How do you maintain your reputation when facing corruption in Africa

Conducting business in Africa can be risky in terms of reputational costs and financial losses. A review of the corrupt malpractice
by Panalpina in Nigeria provides a useful insight into what you should not do when conducting business on the continent.

Panalpina World Transport (Nigeria) Limited was an agent of the global freight forwarding and logistics services company that operates in more than 160 jurisdictions. Yet, between June 2002 and October 2007, the Nigerian agent paid customs officials to ignore local and legal regulatory requirements for the importing of goods, specifically deep-water oil drilling rigs.

The bribes were allegedly knowingly paid on behalf of Panalpina’s clients (Transocean and Tidewater) and the amounts were subsequently charged to these clients as “load processing fees” or “administration/transport fees” on their invoices.

When Panalpina was finally investigated and charged for this corrupt malpractice by the US Department of Justice (DoJ) in August 2010, the company had to pay $ 70.56 million in criminal fines and $ 11.3 million in civil penalties. Since then, British and European regulators have targeted organizations suspected of engaging in corrupt malpractice in Africa.

At Zero Foundation Africa (Pty) Ltd, we provide comprehensive country risk profiles not only to identify the geopolitical, security and competitive risks you might face, but also to highlight the risk of corruption in that country. Some examples of our findings are indicated below.

In Uganda, the law does not distinguish between “a bribe” and “a facilitation payment”. Corruption risks exist in the police, judiciary and procurement areas where cash payments are the norm. A recent survey conducted by a Kampala-based business NGO (non-governmental organization) reported that one in six companies complain that the legal system is a major obstacle to their ability to conduct business in Uganda owing to political interference.

Botswana is generally perceived to be the least corrupt country on the continent. But, in November 2015, 17 Botswanan police officers at the Kopfontein border post were arrested for bribery when helping a syndicate of counterfeit cigarette smugglers. Also, in August 2018, former President Ian Khama and his Director of Intelligence Services, Isaac Kgosi, were accused of nepotism and patronage with the payment of nearly BWP 30 billion from operational funds to a company styled Power Force (Pty) Ltd. Other companies have since been implicated.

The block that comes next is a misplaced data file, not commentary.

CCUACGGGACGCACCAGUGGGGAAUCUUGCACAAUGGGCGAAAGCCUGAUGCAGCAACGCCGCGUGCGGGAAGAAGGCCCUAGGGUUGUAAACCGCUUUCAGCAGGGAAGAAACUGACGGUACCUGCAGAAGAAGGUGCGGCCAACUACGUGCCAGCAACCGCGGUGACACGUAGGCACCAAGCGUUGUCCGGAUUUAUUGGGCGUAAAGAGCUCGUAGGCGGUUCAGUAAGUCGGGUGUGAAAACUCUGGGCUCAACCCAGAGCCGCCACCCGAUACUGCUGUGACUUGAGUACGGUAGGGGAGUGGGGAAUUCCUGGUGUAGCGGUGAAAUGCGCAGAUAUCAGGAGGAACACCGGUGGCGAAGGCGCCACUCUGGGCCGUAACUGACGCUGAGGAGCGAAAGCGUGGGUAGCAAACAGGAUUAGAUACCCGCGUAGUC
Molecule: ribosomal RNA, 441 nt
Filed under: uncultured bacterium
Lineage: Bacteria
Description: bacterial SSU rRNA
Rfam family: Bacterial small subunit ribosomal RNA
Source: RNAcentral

Therefore, mitigating reputational and financial risk in any organization relies on a clear understanding both of the terms used, and the practices involved. Reputational risk is based on the behavior of individuals, whereas financial risk is based on operational decisions.

When you are considering the implementation of an effective risk management programme to protect your reputational and financial assets, learn from our experience.

The success of such a programme relies on the following seven steps to create an effective risk management plan:

  • Conduct a risk analysis to identify potential risks. Prioritize and document these risks.
  • Evaluate and assess the probability of each potential risk, its consequence and impact.
  • Assign roles and responsibilities to individuals to manage each risk.
  • Develop preventative strategies and countermeasures for each risk.
  • Create a contingency plan in the event that a critical situation occurs because of unforeseen or planned risks.
  • Continually liaise with your company’s stakeholders and regularly measure your appetite for risk.
  • Regularly monitor and report on each risk to determine its likelihood and severity of impact so that you can fine tune your preventative strategies.

You can use our expertise of operating in many sectors and jurisdictions throughout Africa, especially when handling sensitive corruption issues.  Always consider that reputational and financial risks occur because of adverse behavioural and operational circumstances within your company.  By maintaining a comprehensive risk management programme that identifies, monitors, and responds to such risks, you will ensure the continued profitability of your organisation.

For a confidential discussion about your concerns and how to mitigate the reputational and financial damage caused by corrupt practices, give us a call.

Zero Foundation Africa (Pty) Ltd

+27 21 712 3024
+27 82 922 0512

Let us help you  to maintain your reputation and minimize financial loses when conducting business in Africa.

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